Back in February, I wrote a post about content farms -- defining them and laying out the problem content farms pose for SEO. In the meantime, Google has released series of algorithm updates (Panda) to combat the problem. But has the Panda update really lived up to the goal of minimizing the effect of content farms in organic search results?
Demand Media Loses Traffic
So how hard has the Panda update hit content farm king Demand Media? According to an article in Forbes just yesterday, after several phased Panda rollouts, Hitwise estimates that traffic to Demand Media sites are down upwards of 40% since the beginning of the year. And indeed, in looking at the effect of Panda to reduce content farm rankings and actually promote non-content farm results, my own qualitative data across many clients suggests that the update appears to have helped non-content farm sites improve rankings.
In February's post, I gave an example of a search of "how to roast pumpkin seeds." At the time, eHow.com, a Demand Media site, ranked at position three. However, a search today for the same term ranks eHow.com at positon nine. Clearly a drop in organic ranking of six positions will produce a negative impact on traffic. And while this is just an example of one search phrase and one of Demand Media's many content farm sites, imagine that impact across the multitude of keywords that Demand Media's various sites were optimized for.
But... Duplicate Content Still Reigns
While I can't say that the goal of the Panda updates was to reduce duplicate content, Matt Cutts did indicate that the goal of Panda was to reduce spam. In my definition, however, spam would include multiple duplicate content sites in addition to content farms, which are essentially duplicate content on multiple sites. In other words, while Google has reduced the rankings on many content farm sites, it has not removed them completely from the index or, for that matter, the first page of results.
Take for instance the search for "how to roast pumpkin seeds" I did in February. I reported in my February post that I found 189 websites with exactly the same content as the eHow.com site on roasting pumpkin seeds. Today, after the Panda updates, the number of duplicate content sites on this term is down to 125.
While Panda decreased the duplicate content for this search query by 34%, I think most people would agree that 125 sites with duplicate content is still far too many. There's more work to be done here.
The Problem As I See It for Google
The problem with duplicate content isn't a new one. And duplicate content by itself doesn't always signal to Google that the site is a content farm.
Take, for example, ecommerce sites -- notorious for simply pulling the description for a product directly from the manufacturer's site. In one example, I did a search for the manufacturer's description for the Dyson Ball DC24 and found 283 websites with the exact same manufacturer description.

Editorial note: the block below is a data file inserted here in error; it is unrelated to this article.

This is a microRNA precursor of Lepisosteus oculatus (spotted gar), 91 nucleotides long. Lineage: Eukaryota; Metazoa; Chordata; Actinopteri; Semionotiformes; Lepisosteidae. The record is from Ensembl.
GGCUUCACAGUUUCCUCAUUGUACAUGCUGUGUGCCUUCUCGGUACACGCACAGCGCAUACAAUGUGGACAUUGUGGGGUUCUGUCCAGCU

But why wouldn't an ecommerce site use a manufacturer's description? It makes perfect sense to do so. If you're a retailer like Home Depot (one of the sites with duplicated manufacturer content), you've likely got thousands of products for sale on your website - who has time to edit each description? Additionally, Google Shopping results group together products with the same description (as well as other attributes) into one listing so that shoppers can directly compare products. Alter the description, and a retailer might lose its spot in the "compare prices" grouping.
And if you're Google, you could likely determine that ecommerce sites will be immune from the duplicate content rule. But how does Google know a site is an ecommerce site? There are two main ways Google could figure it out algorithmically: 1) if the site has Google Checkout installed or 2) the site is listed in Google Shopping (i.e., the retailer uploads a feed into Google Merchant Center). Both of these options might help Google better decipher algorithmically which sites are ecommerce-based, but many retailers still don't use either of those two Google services.
So what's the bottom line? Content farms may have reduced rankings, but they're not dead. In fact, they're not even off the first page of Google results in some cases.
And duplicate content? It's a much bigger issue for Google to tackle, one that hasn't been handled completely yet. Content farms are a major contributor to duplicate content, but so are ecommerce sites and other types of sites that rely on similar or flat-out duplicate content for other reasons.
I do, however, have more hope now that Google will continue to fight off content farms algorithmically. I think that Aaron Wall made a good point in his post today about content farms: They made Google look stupid. And, as Aaron put it, "Don't make Google look stupid. That is the #1 rule of SEO." Well said, Aaron.